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Prostate Cancer

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Prostate cancer is a type of cancer occurring within the prostate of men. The prostate is a small gland, which is shaped like a walnut and produces seminal fluid, the fluid responsible for transporting and nourishing sperm. In men, prostate cancer is one of the most common cancers. It typically grows in a slow manner, remaining confined within the prostate gland where it is generally not harmful. Some prostate cancers will grow slowly and only require a minimally invasive treatment, however other forms of prostate cancer will grow more aggressively, spreading and becoming damaging much more quickly.

Causes, Risk Factors and Complications of Prostate Cancer

It is not yet clear what is responsible for the development of prostate cancer, though physicians do know it has to do with the abnormal growth of prostate cells. Mutations in the DNA of these abnormal cells allow them to grow and divide more rapidly than they are meant to. This means that these cells continue to live when others die off. When these abnormal cells accumulate, they can form into a tumor capable of invading nearby healthy tissues. These abnormal cells are also capable of breaking off and metastasizing, which means they can spread into other parts of the body, invading healthy tissues and becoming increasingly dangerous.

The most serious complication of prostate cancer is metastasis into other parts of the body. Prostate cancer is also capable of traveling through the lymphatic system of the bloodstream in order to invade bones and other vital organs throughout the body. Advanced levels of prostate cancer are capable of causing weight loss, fatigue and weakness. Prostate cancer can also lead to serious kidney problems, incontinence, pain, broken bones, erectile dysfunction and other serious issues. The complications increase significantly when the cancer is not caught quickly, which is why seeking professional medical assistance is so vitally essential.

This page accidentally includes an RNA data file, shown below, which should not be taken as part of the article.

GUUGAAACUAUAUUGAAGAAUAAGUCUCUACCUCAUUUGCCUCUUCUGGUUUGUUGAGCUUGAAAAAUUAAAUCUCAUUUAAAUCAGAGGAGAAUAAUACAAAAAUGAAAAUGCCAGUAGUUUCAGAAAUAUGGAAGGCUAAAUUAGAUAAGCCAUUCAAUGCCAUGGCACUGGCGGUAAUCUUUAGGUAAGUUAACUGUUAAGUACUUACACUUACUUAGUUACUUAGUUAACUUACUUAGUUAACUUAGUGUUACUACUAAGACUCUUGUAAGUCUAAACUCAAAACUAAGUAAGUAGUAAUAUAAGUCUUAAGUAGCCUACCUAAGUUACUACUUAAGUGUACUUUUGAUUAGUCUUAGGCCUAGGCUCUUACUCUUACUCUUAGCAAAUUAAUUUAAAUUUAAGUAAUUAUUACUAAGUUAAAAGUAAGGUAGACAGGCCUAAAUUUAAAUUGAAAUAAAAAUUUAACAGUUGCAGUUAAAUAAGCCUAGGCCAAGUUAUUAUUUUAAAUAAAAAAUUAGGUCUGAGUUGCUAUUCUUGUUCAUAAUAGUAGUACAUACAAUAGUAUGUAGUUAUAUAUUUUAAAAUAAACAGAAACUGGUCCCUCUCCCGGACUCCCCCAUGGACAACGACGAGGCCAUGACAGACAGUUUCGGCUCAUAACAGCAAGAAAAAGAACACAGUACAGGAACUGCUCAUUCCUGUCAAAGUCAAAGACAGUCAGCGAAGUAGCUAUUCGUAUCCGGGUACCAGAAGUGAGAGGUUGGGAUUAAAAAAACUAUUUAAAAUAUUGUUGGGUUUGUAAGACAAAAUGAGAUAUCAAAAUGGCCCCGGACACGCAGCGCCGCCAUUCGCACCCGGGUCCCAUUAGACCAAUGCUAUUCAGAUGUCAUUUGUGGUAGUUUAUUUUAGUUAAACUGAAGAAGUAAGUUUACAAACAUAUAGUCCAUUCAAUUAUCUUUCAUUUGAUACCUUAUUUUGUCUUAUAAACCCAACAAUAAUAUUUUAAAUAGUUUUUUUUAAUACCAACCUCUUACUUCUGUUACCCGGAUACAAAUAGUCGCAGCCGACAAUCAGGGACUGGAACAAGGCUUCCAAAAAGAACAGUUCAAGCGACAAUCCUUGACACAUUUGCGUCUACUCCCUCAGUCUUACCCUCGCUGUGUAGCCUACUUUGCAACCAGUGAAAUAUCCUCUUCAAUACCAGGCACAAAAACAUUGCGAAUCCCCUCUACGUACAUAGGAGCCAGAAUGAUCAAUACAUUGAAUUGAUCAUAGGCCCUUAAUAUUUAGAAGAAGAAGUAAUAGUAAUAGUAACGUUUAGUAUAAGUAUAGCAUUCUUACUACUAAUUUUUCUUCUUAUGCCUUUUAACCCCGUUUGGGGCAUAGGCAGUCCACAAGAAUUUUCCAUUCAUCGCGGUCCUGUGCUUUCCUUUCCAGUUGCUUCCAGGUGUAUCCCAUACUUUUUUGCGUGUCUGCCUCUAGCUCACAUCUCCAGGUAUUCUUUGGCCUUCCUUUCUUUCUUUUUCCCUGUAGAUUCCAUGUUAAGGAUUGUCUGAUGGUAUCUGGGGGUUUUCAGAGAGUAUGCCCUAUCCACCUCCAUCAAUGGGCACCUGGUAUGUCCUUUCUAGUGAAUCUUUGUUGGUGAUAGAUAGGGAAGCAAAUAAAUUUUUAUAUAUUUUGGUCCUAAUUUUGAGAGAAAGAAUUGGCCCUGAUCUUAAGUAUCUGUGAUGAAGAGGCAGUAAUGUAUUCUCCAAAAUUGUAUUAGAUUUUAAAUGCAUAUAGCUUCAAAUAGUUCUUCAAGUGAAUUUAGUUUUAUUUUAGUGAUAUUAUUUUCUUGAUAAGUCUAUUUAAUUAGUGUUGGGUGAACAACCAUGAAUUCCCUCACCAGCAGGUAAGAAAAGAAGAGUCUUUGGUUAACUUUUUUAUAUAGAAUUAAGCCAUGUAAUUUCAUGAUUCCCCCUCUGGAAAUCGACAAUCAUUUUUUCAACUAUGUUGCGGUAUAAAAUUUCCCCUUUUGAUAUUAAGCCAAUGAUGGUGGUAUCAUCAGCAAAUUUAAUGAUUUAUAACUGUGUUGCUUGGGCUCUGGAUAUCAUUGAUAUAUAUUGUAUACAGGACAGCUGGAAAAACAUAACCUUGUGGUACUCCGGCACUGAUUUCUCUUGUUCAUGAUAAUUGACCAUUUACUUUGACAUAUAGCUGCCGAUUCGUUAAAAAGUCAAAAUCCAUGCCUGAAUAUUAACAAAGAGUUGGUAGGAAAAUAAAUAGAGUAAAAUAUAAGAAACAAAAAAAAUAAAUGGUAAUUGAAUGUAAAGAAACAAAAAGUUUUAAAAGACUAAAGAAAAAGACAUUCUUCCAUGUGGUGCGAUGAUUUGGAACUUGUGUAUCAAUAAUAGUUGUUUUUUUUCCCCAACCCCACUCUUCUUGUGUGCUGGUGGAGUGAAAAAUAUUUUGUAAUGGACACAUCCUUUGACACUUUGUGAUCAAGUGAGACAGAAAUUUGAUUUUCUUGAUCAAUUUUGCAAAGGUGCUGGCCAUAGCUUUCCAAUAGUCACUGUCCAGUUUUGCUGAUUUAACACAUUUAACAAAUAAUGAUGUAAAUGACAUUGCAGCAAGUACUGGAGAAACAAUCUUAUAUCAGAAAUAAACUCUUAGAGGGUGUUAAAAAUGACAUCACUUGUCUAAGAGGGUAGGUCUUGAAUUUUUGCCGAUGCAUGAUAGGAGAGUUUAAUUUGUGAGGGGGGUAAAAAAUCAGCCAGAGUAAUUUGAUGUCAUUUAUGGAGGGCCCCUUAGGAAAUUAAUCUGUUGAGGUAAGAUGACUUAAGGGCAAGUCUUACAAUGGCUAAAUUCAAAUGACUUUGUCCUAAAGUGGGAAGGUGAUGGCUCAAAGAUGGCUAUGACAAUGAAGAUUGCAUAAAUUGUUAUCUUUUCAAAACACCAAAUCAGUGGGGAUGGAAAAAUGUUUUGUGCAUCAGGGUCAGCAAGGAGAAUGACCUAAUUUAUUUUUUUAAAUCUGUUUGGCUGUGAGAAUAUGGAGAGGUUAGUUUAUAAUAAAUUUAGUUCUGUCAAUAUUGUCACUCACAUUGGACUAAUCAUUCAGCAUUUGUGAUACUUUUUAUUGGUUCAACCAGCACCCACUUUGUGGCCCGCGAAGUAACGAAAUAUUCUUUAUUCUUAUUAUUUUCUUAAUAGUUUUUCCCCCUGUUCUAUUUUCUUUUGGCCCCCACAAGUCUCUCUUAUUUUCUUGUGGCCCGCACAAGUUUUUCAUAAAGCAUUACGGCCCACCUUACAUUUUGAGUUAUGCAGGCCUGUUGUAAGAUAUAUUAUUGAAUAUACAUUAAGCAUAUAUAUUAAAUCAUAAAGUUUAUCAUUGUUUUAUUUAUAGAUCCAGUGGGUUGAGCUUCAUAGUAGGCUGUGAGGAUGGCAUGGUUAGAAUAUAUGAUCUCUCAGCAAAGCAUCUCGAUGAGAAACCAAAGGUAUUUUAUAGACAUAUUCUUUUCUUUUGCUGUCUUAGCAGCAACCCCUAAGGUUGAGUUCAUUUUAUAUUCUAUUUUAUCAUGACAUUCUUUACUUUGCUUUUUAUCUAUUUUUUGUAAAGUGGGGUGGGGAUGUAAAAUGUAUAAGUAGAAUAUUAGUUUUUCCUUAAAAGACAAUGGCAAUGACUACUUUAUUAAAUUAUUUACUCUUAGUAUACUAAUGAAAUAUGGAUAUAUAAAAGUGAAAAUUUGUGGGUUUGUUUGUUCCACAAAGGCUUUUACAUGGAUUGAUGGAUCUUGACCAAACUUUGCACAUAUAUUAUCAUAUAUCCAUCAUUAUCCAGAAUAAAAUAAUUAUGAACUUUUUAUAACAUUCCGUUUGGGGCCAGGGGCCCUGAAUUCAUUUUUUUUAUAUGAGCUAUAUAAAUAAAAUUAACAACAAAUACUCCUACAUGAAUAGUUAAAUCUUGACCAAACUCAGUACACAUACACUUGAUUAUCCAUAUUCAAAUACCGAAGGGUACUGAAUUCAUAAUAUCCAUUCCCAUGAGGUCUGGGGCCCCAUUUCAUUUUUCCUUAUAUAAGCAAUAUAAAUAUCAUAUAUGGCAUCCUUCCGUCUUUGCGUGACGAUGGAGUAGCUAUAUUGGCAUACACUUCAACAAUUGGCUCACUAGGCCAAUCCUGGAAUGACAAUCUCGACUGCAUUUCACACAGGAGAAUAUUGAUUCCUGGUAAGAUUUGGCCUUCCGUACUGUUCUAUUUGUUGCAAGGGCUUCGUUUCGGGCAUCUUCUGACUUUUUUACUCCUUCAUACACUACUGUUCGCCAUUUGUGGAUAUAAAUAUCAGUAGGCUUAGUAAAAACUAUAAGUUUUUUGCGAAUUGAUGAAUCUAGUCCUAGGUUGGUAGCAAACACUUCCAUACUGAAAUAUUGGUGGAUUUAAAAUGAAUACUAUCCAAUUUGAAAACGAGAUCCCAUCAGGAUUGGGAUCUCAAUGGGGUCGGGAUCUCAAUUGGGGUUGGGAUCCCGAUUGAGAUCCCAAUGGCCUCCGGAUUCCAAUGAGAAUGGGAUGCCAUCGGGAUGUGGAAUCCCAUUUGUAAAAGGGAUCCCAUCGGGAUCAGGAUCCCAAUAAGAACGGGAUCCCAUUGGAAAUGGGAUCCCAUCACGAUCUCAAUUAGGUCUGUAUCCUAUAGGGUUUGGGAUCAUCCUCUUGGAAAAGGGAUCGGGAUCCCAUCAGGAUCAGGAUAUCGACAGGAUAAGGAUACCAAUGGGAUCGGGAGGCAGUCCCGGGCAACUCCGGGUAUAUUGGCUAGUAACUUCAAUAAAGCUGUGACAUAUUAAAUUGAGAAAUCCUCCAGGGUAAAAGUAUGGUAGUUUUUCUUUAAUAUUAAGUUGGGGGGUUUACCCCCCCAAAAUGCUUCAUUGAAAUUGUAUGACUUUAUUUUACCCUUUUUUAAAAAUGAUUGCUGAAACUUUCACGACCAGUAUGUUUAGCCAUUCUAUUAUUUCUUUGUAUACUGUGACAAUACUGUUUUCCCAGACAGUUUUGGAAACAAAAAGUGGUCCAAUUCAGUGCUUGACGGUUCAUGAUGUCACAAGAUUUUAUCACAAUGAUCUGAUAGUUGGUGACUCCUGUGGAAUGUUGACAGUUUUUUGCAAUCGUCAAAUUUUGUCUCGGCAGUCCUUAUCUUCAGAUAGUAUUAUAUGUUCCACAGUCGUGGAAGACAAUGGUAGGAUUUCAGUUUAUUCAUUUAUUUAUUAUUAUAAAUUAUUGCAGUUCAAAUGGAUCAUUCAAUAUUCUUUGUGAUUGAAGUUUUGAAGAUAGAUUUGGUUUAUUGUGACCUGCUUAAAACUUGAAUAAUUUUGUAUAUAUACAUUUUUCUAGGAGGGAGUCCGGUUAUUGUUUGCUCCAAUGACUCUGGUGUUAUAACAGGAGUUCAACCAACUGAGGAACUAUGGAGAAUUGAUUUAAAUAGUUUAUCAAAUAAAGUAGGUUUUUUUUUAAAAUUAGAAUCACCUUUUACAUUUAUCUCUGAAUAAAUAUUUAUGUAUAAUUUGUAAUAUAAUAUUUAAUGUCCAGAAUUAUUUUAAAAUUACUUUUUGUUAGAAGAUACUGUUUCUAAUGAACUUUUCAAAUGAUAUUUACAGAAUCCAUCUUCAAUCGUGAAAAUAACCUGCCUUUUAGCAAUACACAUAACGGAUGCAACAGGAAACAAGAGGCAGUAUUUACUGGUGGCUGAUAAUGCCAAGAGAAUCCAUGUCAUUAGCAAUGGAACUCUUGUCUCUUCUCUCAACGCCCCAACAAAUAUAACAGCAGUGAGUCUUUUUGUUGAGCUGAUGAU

Signs, Symptoms and Tests for Prostate Cancer

In the earliest stages of the cancer, prostate cancer may not show any specific signs or symptoms, which can make it difficult to detect. When the prostate cancer advances, it can show a number of symptoms including bone pain, pelvic area discomfort, blood in the seminal fluid, blood in the urine, difficulty urinating, decreased urine stream force and leg swelling. When these types of symptoms begin to appear, it is vital to seek help from a physician as soon as possible.

Digital rectal exam or DRE and prostate-specific antigen test or PSA are the most common tests used to diagnose prostate cancer, and these screening exams are common before symptoms avail themselves. Once prostate cancer is found, the physician will want to type and stage the cancer using additional tests. These may include: ultrasound, computerized tomography or CT scan, magnetic resonance imaging or MRI and bone scan.

Treatment, Drugs and Prevention of Prostate Cancer

Treatment options for prostate cancer will depend on the type of cancer and its progression. Immediate treatment is not always required depending on how aggressively the cancer is growing or progressing. Treatment options may include: radiation, surgery, hormone therapy, freezing the prostate tissue, heating the prostate tissue with ultrasound and chemotherapy. Choosing the right treatment option will depend on the individual patient, and the physician may recommend a combination of treatment options such as cryosurgery to freeze the prostate tissue with radiation therapy or chemotherapy.